Noll joined Allstate in 1988 as a human resources manager. In 1997, he became human resources director and was appointed to vice president of human resources in 2004. He also served as senior vice president of human resources before being appointed to his current role in 2012.
Employee feedback through the survey is a great measurement that helps me understand what is working for us and where areas of opportunity exist.
Periodically, my team also conducts employee focus groups across the country to engage employees on how we can improve their understanding and awareness of how and when to speak up about ethical concerns. This also helps us gauge how we can further cultivate, promote and influence a culture of care and integrity that resonates with our employees.
How does Allstate foster a speak-up culture?
For 86 years, ethics has been part of our culture, but we also have a formal speak-up process. We publicize that throughout the year through a number of vehicles. We talk to leaders about their accountability and making sure employees understand the kind of culture we want to have.
We want to create a culture where employees are comfortable coming to leaders with issues or concerns. We tell leaders that although they may not always know the answer, the idea is that if an employee can come to you with non-complex issues, they are much more likely to come to you with more complex or grey issues. Similarly, we tell employees that if they are uncomfortable approaching their leader for some reason, there are other options to bring concerns or issues to the company’s attention, whether it be by reporting the issue to another leader in the office, or through the whistleblower line, known as our iReport line.
You were in a human resources role prior to becoming chief ethics and compliance officer. How does the dynamic between HR and ethics work at Allstate?
It’s a fine line. There has to be clarity about the difference between what Human Resources is accountable for, and what I’m accountable for.
My approach is to make sure we know what we’re trying to accomplish here. There are always going to be a few, minor turf wars, because the roles do sometimes intersect. I may have to remind folks that I’m not trying to judge their jobs, but at the end of the day, I have accountability to report to the organization what issues and trends are out there, and we need to work together to understand them.
How does Allstate work to continuously improve its ethics and compliance initiatives?
Part of it is networking and benchmarking to see what companies are doing that might apply to us. In most cases, folks on the ethics and compliance teams will attend one conference or seminar each year. We’re constantly looking out for who has better ideas. Who has done something a little bit differently or little more creatively than we have that may also work for our business?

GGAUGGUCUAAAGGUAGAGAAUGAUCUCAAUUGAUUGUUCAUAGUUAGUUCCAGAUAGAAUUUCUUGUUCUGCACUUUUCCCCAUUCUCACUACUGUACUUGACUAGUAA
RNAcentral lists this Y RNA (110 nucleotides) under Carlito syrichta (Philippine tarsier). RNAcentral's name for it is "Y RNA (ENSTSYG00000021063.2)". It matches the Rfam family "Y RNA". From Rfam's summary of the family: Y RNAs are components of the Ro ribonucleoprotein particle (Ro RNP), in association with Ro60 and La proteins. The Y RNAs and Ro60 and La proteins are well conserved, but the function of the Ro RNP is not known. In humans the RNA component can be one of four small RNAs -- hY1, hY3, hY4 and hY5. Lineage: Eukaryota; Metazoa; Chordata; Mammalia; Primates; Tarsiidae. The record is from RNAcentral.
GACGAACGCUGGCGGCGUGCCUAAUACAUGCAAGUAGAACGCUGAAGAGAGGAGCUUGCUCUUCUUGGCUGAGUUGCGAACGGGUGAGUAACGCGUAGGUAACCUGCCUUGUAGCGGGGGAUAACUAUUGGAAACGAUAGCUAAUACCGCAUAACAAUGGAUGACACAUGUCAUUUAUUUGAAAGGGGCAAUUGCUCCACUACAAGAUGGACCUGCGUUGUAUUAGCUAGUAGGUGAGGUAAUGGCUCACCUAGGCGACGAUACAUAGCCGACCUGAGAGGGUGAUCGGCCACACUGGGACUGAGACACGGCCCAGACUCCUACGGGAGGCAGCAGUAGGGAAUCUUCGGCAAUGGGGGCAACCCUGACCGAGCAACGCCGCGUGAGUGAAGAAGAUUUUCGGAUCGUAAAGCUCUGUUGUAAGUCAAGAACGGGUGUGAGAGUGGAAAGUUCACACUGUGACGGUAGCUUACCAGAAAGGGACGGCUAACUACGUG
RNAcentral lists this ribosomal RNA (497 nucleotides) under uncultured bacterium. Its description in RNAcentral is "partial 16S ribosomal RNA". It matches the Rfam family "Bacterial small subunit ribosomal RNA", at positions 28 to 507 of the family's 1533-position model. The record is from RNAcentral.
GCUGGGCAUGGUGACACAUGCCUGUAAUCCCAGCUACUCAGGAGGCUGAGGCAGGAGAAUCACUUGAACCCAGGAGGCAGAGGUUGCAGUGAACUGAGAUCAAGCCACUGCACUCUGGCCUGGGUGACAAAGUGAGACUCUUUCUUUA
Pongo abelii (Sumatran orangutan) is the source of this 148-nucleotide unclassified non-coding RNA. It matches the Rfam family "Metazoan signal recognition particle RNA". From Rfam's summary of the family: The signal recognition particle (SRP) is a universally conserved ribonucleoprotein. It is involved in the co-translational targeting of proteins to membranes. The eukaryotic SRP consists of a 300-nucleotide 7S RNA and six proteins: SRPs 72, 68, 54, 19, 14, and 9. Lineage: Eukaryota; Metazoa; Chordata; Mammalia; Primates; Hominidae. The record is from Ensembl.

Any additional advice for other ethics and compliance professionals on how to foster a corporate culture of ethics and integrity?
Always look for ways to integrate ethics into other processes that are already in place. For example, one thing we’ve done during the hiring stage at the officer level is that we’ve introduced an ethical behavior interview question into an already established process. It sends a message to the job candidates that Allstate thinks pretty highly of ethics to include a discussion of ethics in the interview process. It also lets potential candidates know that they are walking into an ethical culture.
When promoting someone to a leadership role, in addition to making sure the person knows what their business accountabilities are, we also have certain expectations for that leader about leading an ethical culture. My goal is to try and make this part of our game plan, as part of the normal conversations we have.
I’m a firm believer that employees learn about our culture from their fellow employees, but most importantly from their leaders. So, we try to put tools in leaders’ hands throughout the year to make it easy for them—in the course of a staff meeting, for example—to talk about ethics and to remind employees about how they can report issues and concerns. We have found that if employees at least hear their leaders talking about ethics and compliance on an occasional basis, they have a much stronger perception about the culture of the company.